As we slow, to enjoy preparing and eating.
As we plant, in our victory gardens,
little rows of hope.
As we see young fathers walking with their children.
At last.
How long we have waited to rediscover the simple.
To come home.
Seeing our homes and having time to dig deep into dusty corners,
To clean and polish,
Touch our homes with affection,
Until they gleam.

Image accompanying Panheartening

J. L. Wright

Bellingham, WA

Through panes messages are collected

while door to door delivery drivers are
conversed with

warm houses melt into cool space
loved in
lived in
worked in
feared in

as the walls that protect us confine us

Marking the Days

Susan Sampson

Perhaps I’ve marked each passing day in isolation
a pencil hashmark on a window sill.
Perhaps I’ve paced a line inside the chain-link fence
until the path is worn bald.
Perhaps I’ve fixed a meal of
potatoes again.
The hashmarks join the arrows
marking the sun at sunset
each solstice, each equinox.
The fence protects against the tumbleweeds
from the neighboring lot.
Maybe these changes are recent, I don’t recall
but I’ve long been known
to love potatoes.

Image accompanying Empty Chairs<br>
  	  	 	 	  	 <i>~ for Kessler 04/02/2020</i>
Empty Chairs
           ~ for Kessler 04/02/2020

Patrick Dixon

Olympia, WA

sit vacant in the gray
light of morning,
reminders of where
we sat yesterday,
our first visit in months.

This virus, armed with wedges
places an ironic twist on the adage
Divided We Fall.
Now it’s Divided We Live,
so, no hugs

when we spotted you
on the street, despite
desire so strong it hurt.
Instead, laughs, tears
and the feeling I sit with

today, writing this poem:
a knowing that if we don’t survive,
instead become statistics,
that you loved us
as deeply as we loved you;

that these chairs outside,
weathering spring sun, rain and hail
are not vacant at all– despite
all appearances, they cradle
invisible treasures

of cherished lives.

Cutting Each Other’s Hair During the Corona Virus

Dotty Armstrong

Yakima, WA

We are two women who got married
seven years ago
but that is not our story of courage.
This story is about
sitting in the yard
in a plastic chair
an old towel around my shoulders,
clippers, scissors with teeth
on a side table
and my wife
with an anxious face
coming toward me
with sharp, small scissors.

If you think
we have no training for this job,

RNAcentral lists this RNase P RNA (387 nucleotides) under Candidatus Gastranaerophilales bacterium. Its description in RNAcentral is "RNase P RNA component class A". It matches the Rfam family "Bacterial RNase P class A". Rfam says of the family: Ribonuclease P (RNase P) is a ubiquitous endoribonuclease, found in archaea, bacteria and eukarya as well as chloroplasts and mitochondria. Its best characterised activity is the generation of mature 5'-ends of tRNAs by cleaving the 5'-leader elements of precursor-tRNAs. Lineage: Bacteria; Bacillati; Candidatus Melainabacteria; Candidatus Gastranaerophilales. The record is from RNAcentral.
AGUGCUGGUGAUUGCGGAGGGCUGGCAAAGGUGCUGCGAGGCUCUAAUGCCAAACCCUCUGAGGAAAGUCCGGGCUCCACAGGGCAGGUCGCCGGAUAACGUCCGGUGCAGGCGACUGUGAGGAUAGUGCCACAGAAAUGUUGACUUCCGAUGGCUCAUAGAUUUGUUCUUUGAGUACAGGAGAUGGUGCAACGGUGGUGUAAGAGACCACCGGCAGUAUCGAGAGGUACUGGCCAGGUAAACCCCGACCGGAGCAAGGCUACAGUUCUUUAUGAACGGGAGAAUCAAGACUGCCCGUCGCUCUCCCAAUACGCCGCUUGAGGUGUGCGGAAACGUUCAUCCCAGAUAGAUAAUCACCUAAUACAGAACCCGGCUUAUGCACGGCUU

you are wrong.
We watched an old guy
with thinning hair
cut his own
on U Tube.

But now,
my wife lifts the clippers
to the back of my neck.
The goldfinches in the apple tree,
dapper in their bold spring plumage,
chirp encouragement.
Our dog watches
from the sidelines,
face filled with alarm.

The clippers buzz their way
along my neck,
then she grabs handfuls of hair
on top and lets the toothy scissors
munch on each clump.

When we switch, I let the clippers
linger and a bald spot
glares on the back of her head.

when we look in the mirror
my formerly fluffy hair
is flat and the back of your head
is too close to bald,
but we glitter
smiles to each other
as if we just renewed our vows.

Image accompanying Cutting Each Other’s Hair During the Corona Virus
Some Things I Really Like Right Now

Grant Jones

Upper Okanogan Valley

Guzzling cold water out of a bucket from the hand pump well.

Getting up in the morning and feeling the heat off the cook stove on my forehead.

Sipping the first two cups of coffee off the stove.

Walking around the house with the dog pack, smelling
Douglas fir smoke wreathing from the chimney.

Standing barefoot in our creek.

Smelling sagebrush crushed in my hands.

Smelling a burning smudge of sagebrush wafting through the house.

Watching clouds form up like spirits returning to the canyon above the house.

Listening to the whisper and sough of the fluttering aspen next to the window.

Following Chong’s suntanned legs up our creek.

Watching Chong nap on our hot granite bed in the afternoon.

Starting a new poem, finishing it, recrafting it again.

Sitting on a rock with a notebook and beginning a new sketch.

Enjoying that moment when the sketch says: “You’re finished.”

Sleeping in the grass with Wolfie and Luna the German Shepherds, and Dong-ee the Rottweiler.

Corresponding with Mike Robinson, creating new poems, learning from him as mentor and counselor, friend.

Laying out Okanogan Poems volume 4 on OneDrive with intrepid fellow steward and old friend, Okanogan poet, Walter Henze.

Emailing George and Patti Baumgardner about life, poetry, Earth, and the stars.

Talking with David, Hanna, and Sarah Kliegman about landscape restoration, homesteading, cooking, and trail and park making.

Emailing to Victoria Jones, Bob Goodwin, Carey Hunter, Walter Henze, George and Patti Baumgardner, Todd Thorn, Mary Koch, Dan Hulphers and Bobbie Hackett about their poems, about life and the real things that happen on the land.

Relearning the Español with my faithful neighbors and friends, Celso Pacheco-Pascacio and Carolina Ramos.

Eating never-the-same, so-called-routine breakfasts and dinners that Chong makes day after day.

Listening to Eagles concerts on YouTube with Chong.

These are some of the things I like right now.